Malawi in 60-day COVID-19 “vaccine express” drive

Malawi’s Ministry of Health has embarked on a two months vaccination express campaign to drive uptake and take vaccines to the people.

  • 14 December 2021
  • 5 min read
  • by Josephine Chinele
EXPRESS VAN- Serving communities at their doorstep picture credit MoH
EXPRESS VAN- Serving communities at their doorstep picture credit MoH


Earlier this year Malawi’s Ministry of Health embarked on a mini door-to-door vaccination drive, taking the vaccines to the people to boost coverage in certain areas. The project worked, and following the success of this mini-campaign, the ministry has now launched a 60-day COVID-19 “vaccine express” campaign across the country.

“This campaign is about taking vaccine to where the people are, including the markets, workplaces, and places of worship.”

The ministry has hired trucks and minibuses deployed across all districts of the country to make it easier for teams of  district health officials to move around the communities. These teams, which comprise Health Surveillance Assistants (HSAs), vaccinators from the District Health Office and social mobilisers, travel in mobile vans (marked “Express Van”) with a public address system, accompanied by a drama group.

Their work is to raise awareness on the vaccines, interact with communities who might have questions about the vaccine and administer free jabs in their communities.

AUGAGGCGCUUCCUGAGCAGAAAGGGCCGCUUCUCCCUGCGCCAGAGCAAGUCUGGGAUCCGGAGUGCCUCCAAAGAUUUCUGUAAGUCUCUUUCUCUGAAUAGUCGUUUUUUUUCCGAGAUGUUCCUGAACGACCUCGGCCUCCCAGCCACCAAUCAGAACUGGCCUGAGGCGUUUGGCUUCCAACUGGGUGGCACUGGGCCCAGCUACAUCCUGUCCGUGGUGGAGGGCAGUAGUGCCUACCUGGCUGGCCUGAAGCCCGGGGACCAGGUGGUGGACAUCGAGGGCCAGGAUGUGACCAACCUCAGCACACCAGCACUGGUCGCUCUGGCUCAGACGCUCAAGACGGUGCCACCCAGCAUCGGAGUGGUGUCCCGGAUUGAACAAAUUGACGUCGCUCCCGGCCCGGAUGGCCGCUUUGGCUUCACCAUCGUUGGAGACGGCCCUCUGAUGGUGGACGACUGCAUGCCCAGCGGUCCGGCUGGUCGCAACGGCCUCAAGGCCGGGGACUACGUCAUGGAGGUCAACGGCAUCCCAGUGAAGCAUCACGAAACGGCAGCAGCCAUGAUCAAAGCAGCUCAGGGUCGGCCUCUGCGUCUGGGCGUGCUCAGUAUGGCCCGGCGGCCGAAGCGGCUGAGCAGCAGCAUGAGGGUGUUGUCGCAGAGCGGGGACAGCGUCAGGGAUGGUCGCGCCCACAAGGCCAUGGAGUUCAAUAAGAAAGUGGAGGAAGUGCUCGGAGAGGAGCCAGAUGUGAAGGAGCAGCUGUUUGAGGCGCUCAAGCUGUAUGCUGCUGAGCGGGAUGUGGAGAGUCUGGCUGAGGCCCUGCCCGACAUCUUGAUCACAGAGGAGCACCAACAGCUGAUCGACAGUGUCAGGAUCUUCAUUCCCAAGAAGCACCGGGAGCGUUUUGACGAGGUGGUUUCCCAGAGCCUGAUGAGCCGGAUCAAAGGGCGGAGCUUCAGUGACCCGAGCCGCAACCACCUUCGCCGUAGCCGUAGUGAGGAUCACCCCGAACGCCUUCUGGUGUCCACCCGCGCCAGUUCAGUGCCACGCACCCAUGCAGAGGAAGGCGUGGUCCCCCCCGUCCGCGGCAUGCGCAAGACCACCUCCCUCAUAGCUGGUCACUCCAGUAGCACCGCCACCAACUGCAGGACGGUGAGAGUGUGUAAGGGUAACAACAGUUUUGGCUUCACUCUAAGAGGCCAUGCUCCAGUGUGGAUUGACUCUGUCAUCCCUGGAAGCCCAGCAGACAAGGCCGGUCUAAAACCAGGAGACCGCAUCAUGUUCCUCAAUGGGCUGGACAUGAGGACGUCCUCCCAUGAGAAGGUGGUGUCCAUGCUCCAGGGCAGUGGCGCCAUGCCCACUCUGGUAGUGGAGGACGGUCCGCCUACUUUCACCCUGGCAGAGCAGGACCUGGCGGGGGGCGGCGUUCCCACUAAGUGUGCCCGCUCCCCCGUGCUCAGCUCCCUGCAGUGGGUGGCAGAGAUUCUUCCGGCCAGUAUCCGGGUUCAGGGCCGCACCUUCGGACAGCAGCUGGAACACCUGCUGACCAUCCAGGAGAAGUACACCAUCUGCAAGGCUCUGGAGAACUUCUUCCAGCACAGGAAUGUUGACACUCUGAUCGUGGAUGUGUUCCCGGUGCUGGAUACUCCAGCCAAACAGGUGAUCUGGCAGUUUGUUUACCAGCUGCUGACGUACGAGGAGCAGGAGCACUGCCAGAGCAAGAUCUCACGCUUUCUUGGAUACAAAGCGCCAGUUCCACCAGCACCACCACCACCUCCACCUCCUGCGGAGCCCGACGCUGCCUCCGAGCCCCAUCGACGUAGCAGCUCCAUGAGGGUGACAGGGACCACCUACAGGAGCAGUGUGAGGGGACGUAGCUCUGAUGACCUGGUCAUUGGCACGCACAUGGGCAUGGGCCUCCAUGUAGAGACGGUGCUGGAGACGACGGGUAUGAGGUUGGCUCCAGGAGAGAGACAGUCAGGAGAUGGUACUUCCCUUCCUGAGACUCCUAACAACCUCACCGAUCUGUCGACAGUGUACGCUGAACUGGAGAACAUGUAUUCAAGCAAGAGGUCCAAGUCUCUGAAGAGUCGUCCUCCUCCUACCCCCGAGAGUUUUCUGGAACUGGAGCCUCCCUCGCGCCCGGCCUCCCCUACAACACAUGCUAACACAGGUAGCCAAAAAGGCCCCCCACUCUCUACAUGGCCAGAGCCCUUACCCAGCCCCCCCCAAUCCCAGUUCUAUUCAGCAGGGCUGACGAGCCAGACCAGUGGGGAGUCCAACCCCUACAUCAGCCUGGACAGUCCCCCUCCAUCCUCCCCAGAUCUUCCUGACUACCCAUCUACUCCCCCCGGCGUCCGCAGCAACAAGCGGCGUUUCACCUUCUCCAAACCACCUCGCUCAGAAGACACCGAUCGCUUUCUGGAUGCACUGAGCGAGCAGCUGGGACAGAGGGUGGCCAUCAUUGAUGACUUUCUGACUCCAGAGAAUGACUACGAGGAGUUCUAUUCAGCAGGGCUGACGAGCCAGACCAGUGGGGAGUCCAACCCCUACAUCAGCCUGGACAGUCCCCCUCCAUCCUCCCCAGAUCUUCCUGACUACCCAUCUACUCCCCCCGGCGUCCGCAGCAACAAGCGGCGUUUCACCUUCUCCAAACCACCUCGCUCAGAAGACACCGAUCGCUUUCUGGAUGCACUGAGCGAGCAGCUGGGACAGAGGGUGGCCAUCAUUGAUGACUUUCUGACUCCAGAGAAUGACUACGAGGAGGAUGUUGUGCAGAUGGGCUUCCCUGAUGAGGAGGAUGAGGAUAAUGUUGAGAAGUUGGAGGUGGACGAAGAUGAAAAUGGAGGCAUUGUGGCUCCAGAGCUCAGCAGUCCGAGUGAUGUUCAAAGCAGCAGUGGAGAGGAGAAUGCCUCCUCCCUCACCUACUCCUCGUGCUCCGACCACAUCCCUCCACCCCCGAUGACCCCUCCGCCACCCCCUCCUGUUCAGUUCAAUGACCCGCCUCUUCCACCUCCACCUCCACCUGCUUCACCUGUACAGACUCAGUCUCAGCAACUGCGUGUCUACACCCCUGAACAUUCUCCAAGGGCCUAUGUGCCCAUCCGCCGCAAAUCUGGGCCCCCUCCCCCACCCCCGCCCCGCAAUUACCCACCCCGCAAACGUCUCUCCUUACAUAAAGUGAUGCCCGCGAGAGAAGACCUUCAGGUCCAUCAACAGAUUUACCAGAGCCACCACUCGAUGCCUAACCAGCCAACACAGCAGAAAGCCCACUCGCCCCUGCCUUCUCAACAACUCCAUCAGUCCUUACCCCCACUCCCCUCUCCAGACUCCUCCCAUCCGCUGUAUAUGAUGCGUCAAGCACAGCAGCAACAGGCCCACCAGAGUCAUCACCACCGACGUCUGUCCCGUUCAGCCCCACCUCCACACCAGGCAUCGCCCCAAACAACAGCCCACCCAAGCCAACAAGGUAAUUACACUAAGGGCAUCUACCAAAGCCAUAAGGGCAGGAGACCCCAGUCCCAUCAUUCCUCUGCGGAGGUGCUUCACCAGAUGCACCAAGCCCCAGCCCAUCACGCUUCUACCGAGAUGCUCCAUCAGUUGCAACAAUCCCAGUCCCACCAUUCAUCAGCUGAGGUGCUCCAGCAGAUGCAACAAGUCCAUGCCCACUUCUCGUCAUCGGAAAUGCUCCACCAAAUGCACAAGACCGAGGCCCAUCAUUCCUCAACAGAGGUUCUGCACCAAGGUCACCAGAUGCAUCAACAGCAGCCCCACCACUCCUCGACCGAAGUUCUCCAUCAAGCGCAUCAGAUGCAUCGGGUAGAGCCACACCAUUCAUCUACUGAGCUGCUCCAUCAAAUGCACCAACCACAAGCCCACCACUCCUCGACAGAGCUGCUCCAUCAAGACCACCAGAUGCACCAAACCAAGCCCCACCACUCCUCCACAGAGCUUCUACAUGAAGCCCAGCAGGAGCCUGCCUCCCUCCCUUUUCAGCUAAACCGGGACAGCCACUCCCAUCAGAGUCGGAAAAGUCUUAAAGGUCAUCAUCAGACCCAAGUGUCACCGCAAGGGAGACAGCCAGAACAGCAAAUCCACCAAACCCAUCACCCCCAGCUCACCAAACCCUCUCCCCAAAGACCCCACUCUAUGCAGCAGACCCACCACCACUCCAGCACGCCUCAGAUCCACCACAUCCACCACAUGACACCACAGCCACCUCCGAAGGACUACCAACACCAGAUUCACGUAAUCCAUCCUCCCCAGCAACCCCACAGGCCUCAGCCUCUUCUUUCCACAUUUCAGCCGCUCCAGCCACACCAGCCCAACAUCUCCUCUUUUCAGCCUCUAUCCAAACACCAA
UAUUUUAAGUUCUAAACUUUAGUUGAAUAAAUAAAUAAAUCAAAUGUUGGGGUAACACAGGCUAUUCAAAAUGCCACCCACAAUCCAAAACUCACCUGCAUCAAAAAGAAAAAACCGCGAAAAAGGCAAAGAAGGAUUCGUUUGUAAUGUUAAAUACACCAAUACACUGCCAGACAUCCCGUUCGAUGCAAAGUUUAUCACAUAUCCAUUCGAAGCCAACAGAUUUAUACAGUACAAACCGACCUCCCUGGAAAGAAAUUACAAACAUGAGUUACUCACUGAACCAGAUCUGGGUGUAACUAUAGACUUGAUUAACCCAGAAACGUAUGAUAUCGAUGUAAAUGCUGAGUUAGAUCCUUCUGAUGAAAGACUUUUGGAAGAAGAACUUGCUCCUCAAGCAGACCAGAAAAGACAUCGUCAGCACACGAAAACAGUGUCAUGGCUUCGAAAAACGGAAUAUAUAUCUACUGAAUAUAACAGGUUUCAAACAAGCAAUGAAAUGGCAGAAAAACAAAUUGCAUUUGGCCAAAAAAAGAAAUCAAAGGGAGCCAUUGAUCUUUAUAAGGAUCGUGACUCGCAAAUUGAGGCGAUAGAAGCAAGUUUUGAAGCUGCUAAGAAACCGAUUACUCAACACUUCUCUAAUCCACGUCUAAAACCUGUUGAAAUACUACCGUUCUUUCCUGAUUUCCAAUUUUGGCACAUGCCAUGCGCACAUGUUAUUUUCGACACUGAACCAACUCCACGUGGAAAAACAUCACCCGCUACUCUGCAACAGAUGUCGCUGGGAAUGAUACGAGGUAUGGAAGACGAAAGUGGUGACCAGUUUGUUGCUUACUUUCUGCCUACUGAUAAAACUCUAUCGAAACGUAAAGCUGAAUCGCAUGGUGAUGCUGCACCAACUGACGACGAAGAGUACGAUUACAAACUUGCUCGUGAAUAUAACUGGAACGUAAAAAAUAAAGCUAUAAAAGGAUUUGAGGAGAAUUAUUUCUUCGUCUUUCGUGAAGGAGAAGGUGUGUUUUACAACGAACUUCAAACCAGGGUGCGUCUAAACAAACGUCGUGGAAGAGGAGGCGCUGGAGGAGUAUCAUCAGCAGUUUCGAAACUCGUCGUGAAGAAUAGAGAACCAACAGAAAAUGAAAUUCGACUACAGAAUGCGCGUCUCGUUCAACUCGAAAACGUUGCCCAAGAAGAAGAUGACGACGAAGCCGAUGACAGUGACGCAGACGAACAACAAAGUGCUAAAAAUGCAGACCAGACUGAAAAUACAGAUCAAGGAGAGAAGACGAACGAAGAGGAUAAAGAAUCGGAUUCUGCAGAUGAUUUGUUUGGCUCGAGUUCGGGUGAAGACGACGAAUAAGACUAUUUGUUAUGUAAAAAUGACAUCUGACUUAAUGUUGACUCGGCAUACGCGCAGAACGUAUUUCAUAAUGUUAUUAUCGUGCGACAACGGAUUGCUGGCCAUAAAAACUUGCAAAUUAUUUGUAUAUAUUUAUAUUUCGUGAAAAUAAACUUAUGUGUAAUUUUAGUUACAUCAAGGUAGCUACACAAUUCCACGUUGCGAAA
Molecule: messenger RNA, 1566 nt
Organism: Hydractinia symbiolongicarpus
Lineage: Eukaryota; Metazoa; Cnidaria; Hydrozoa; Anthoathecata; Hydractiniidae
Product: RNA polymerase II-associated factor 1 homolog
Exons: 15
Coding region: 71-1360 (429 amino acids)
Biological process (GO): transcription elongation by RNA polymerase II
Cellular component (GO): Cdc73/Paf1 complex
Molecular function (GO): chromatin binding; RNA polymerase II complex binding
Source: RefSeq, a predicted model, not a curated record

The Ministry believes that there has been low uptake and high hesitancy due to long distances to the vaccination sites and limited knowledge about the COVID-19 vaccine, among other issues.  

“I wouldn’t have received the vaccine if not for this initiative. Health facilities are very far from here. I hope our district health office continues with this initiative in order to reach many people, because we have common problems,” says Christopher Msiyambiri of Medramu Village, Traditional Authority Mulilima in Chikwawa district, located in Southern Malawi. He received the AstraZeneca vaccine and will have his second jab on 23 February 2022.

In Malawi, it’s always been a luxury to go for a check-up when you show no signs of sickness. This reality has had an impact on people’s capacity to travel to receive the COVID-19 jab. For example, in the case of Msiyambiri’s community, they would use a motorcycle taxi, which would cost a minimum of MK 1,400 (US$ 1.70) return fare, which is a lot of money by village standards.

An HSA administers COVID-19 vaccine to the elderly picture credit Chikwawa DHO
A health worker administers COVID-19 vaccines to the elderly.
Picture credit: Chikwawa DHO

Group village headman Medramu applauds the ministry for coming up with the initiative, saying people have a lot of personal problems and a vaccine would be the last thing to consider.

“People are living in poverty. Their priority is finding food for their households and making ends meet. The initial vaccine centre was very far, which resulted in many people remaining unvaccinated. But, when they came here, many people received the jab. They even go as far as vaccinating the elderly and others in their homes.”